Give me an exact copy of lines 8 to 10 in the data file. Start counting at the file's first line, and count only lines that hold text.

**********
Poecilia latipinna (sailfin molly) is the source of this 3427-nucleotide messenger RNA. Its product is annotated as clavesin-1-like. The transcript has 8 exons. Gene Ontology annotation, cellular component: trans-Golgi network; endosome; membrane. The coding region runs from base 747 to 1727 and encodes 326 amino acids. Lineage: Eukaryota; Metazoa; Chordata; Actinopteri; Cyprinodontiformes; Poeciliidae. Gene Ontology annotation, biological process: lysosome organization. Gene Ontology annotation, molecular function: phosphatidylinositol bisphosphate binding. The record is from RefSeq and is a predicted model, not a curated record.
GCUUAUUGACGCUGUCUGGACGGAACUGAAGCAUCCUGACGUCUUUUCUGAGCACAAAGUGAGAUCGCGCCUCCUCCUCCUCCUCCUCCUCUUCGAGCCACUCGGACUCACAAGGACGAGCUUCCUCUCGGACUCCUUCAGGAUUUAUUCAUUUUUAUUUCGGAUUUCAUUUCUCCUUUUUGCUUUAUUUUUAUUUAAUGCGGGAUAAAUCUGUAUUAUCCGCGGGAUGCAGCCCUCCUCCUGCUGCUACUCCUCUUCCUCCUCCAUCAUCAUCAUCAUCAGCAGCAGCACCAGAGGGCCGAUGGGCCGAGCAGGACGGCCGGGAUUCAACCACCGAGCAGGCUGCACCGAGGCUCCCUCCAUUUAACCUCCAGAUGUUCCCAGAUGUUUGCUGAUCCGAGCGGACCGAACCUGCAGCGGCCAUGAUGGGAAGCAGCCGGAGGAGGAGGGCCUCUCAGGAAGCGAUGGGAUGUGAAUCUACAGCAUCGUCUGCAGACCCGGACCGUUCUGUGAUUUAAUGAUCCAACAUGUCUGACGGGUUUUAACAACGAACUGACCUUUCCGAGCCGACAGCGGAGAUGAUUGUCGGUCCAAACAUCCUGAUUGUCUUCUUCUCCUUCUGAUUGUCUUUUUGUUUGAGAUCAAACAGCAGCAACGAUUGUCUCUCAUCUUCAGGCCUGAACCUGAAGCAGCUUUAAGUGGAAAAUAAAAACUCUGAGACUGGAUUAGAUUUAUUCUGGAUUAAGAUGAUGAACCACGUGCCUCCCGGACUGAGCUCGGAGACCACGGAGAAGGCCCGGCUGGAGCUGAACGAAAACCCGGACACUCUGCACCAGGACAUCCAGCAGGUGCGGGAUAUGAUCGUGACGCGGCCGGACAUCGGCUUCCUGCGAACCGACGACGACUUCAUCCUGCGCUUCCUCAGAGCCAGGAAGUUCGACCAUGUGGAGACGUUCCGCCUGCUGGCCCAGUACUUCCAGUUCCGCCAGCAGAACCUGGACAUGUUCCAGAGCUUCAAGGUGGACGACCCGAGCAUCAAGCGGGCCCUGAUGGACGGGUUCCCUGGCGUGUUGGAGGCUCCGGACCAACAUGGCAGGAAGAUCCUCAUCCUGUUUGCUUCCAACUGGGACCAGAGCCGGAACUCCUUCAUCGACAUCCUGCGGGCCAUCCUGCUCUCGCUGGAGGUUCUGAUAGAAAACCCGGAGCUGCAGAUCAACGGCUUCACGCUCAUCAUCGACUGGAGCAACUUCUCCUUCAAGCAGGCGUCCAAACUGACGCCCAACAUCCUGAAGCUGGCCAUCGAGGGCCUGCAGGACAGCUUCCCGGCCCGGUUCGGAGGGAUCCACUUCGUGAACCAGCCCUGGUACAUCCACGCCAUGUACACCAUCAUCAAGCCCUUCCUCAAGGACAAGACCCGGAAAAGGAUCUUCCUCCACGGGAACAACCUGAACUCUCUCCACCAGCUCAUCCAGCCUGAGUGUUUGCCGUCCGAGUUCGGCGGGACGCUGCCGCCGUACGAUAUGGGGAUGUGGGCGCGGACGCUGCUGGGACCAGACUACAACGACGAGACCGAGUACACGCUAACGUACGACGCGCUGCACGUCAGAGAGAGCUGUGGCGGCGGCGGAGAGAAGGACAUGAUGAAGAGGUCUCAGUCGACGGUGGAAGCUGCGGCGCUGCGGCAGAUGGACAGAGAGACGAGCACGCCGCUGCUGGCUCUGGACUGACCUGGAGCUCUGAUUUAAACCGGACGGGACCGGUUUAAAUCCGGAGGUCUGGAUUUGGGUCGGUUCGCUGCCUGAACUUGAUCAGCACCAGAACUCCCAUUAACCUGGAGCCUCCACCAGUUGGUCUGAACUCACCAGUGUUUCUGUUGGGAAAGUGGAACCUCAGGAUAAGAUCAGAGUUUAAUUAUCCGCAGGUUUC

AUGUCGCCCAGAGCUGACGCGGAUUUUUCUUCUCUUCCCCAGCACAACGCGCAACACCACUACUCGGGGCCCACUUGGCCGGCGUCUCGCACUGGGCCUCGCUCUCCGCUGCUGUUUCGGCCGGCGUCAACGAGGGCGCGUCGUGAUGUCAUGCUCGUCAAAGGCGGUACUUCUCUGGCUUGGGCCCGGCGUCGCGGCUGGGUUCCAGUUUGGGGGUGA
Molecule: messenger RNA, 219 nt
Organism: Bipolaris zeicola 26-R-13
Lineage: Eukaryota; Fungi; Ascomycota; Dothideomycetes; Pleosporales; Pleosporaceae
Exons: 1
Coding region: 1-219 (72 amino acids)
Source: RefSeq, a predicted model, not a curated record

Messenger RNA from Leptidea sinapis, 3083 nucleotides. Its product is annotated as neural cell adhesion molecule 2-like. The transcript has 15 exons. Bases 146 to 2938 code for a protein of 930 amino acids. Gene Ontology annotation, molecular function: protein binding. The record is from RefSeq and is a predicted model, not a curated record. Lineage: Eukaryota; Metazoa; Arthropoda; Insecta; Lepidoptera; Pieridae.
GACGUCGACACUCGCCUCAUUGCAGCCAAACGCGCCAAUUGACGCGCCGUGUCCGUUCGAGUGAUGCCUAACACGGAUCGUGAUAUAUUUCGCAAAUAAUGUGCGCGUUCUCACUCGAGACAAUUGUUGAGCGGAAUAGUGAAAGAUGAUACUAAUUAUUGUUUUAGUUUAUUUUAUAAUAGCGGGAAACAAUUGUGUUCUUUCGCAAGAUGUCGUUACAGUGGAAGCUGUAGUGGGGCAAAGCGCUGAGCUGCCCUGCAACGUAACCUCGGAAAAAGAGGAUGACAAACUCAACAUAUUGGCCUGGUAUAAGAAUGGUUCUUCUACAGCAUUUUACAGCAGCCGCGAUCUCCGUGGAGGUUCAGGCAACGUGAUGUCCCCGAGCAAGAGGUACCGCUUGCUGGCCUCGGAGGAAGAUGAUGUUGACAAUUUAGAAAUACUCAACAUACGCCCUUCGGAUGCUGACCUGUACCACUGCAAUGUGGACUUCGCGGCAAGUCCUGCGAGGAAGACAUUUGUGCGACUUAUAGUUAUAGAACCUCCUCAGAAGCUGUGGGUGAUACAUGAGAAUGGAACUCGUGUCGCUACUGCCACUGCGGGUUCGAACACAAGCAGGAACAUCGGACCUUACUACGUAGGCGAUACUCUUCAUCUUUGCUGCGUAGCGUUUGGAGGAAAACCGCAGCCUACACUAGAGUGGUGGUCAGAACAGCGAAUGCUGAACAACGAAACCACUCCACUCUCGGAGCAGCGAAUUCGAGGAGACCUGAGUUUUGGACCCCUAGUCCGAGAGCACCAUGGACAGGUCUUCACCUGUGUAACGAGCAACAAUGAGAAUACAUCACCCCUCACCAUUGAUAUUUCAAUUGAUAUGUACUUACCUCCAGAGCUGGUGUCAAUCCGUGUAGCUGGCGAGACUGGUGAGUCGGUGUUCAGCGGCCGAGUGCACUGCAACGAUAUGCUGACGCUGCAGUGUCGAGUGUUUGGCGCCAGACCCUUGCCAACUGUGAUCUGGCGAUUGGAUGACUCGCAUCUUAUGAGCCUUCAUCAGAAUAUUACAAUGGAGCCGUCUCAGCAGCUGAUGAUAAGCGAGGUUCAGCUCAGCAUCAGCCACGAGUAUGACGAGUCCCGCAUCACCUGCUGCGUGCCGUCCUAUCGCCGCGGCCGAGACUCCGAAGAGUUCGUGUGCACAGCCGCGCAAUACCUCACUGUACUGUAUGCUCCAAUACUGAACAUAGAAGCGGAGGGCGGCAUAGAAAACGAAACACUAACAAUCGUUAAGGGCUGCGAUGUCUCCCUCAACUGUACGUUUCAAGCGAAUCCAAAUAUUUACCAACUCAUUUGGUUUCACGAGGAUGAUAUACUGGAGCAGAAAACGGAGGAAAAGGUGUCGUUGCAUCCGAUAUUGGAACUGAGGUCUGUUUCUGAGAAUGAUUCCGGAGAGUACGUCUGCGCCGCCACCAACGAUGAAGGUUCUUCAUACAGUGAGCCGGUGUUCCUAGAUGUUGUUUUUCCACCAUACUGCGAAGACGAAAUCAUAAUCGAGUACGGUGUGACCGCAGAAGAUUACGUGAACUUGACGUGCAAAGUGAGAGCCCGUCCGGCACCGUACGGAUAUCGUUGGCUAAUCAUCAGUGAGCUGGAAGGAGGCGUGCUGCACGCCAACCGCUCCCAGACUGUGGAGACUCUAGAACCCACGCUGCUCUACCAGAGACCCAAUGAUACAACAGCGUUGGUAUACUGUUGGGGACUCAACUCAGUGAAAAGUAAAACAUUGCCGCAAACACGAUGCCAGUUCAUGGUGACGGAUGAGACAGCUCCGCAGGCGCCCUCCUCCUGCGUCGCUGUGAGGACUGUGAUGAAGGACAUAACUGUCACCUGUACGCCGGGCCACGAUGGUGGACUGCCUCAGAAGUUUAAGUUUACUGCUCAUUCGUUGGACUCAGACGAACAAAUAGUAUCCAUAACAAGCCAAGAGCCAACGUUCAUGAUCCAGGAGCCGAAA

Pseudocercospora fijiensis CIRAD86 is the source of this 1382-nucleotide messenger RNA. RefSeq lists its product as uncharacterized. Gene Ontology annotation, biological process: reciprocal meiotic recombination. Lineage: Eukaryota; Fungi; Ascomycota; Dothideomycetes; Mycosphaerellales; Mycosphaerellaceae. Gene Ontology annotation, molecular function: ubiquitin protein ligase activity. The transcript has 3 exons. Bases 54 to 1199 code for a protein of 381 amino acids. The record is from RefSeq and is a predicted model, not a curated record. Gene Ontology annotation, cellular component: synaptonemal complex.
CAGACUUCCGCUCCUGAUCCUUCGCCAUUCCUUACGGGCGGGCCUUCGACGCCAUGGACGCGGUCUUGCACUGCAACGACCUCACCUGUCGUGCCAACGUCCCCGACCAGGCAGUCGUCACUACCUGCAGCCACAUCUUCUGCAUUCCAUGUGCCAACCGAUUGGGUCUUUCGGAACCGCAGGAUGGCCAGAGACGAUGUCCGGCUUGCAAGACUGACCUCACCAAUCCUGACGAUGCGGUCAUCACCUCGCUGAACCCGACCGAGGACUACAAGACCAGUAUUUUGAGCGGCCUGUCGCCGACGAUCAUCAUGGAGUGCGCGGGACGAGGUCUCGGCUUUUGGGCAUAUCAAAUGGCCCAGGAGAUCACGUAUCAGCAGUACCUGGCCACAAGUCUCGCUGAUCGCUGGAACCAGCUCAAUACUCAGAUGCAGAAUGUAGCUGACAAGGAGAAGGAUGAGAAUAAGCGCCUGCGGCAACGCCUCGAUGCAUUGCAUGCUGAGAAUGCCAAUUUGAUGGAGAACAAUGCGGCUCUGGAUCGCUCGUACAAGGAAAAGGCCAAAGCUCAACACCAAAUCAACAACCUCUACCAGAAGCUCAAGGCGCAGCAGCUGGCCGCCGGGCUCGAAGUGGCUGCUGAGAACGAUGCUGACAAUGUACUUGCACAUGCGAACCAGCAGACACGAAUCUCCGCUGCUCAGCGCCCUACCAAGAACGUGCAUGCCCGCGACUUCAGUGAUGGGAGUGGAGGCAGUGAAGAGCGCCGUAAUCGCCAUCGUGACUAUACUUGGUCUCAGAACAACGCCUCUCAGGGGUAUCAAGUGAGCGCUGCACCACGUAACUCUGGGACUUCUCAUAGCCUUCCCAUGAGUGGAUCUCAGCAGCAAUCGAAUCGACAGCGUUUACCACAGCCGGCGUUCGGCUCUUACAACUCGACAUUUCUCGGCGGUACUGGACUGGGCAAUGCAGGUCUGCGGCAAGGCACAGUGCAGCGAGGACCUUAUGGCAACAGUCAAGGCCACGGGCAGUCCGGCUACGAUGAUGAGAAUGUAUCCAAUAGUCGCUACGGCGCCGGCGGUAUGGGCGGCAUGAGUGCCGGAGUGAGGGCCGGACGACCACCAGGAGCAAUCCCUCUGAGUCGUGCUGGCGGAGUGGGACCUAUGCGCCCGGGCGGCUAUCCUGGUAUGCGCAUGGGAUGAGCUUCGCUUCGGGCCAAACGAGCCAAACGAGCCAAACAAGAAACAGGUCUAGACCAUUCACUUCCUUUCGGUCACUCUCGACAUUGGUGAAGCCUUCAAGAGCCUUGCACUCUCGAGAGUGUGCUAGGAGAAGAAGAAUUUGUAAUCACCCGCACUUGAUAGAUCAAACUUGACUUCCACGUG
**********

Coding region: 1-219 (72 amino acids)
Source: RefSeq, a predicted model, not a curated record

Messenger RNA from Leptidea sinapis, 3083 nucleotides. Its product is annotated as neural cell adhesion molecule 2-like. The transcript has 15 exons. Bases 146 to 2938 code for a protein of 930 amino acids. Gene Ontology annotation, molecular function: protein binding. The record is from RefSeq and is a predicted model, not a curated record. Lineage: Eukaryota; Metazoa; Arthropoda; Insecta; Lepidoptera; Pieridae.